Watch is also working on a “royalty agreement” in which Jay Schools would receive a percentage of profits from new local internet subscribers to be used for school safety and technology initiatives.
“The idea is, how can you think creatively with public-private partnerships to solve community goals and school goals at the same time,” said Gulley, adding that he expects an e-learning policy to be in effect for Jay Schools next year. “And that’s what we’re trying to do.
“I think everybody recognizes (high-speed internet is) an essential thing for a rural community to survive and flourish in the future.”
Richards noted that while the FCC contracts only require Watch to cover certain areas of the county, the company is interested in expanding service to the county as a whole.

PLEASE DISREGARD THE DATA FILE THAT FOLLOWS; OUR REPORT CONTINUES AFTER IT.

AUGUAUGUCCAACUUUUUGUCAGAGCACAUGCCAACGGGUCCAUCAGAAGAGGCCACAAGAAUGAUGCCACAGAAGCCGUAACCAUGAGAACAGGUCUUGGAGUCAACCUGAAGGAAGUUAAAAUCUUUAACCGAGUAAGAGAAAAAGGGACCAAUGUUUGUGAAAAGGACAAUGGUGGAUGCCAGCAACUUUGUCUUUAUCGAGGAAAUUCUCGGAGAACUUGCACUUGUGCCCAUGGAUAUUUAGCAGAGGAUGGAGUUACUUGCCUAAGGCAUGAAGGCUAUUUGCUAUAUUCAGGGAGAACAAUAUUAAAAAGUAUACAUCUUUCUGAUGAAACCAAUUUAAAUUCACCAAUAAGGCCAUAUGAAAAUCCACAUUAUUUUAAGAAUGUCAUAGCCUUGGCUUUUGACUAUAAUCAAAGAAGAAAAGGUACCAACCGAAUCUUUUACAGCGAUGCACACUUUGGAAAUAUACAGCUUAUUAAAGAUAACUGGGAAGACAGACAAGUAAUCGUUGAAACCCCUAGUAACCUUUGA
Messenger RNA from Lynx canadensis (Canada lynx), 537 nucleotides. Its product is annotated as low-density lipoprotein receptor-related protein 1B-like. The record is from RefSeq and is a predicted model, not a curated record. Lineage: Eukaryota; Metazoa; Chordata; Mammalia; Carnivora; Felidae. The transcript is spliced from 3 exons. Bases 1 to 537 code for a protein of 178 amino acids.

From an economic development perspective, he said that could be a game-changer because of the importance of internet access for businesses and families alike.
“It is super attractive to people,” he said. “We talk about trying to pull people back to this county who have moved away or have never lived here before. The more I talk to people, the more I hear about, ‘We built a house in such and such spot because we could get internet here and we couldn’t 2 miles over.’ So that’s kind of dictating a lot of where people live.”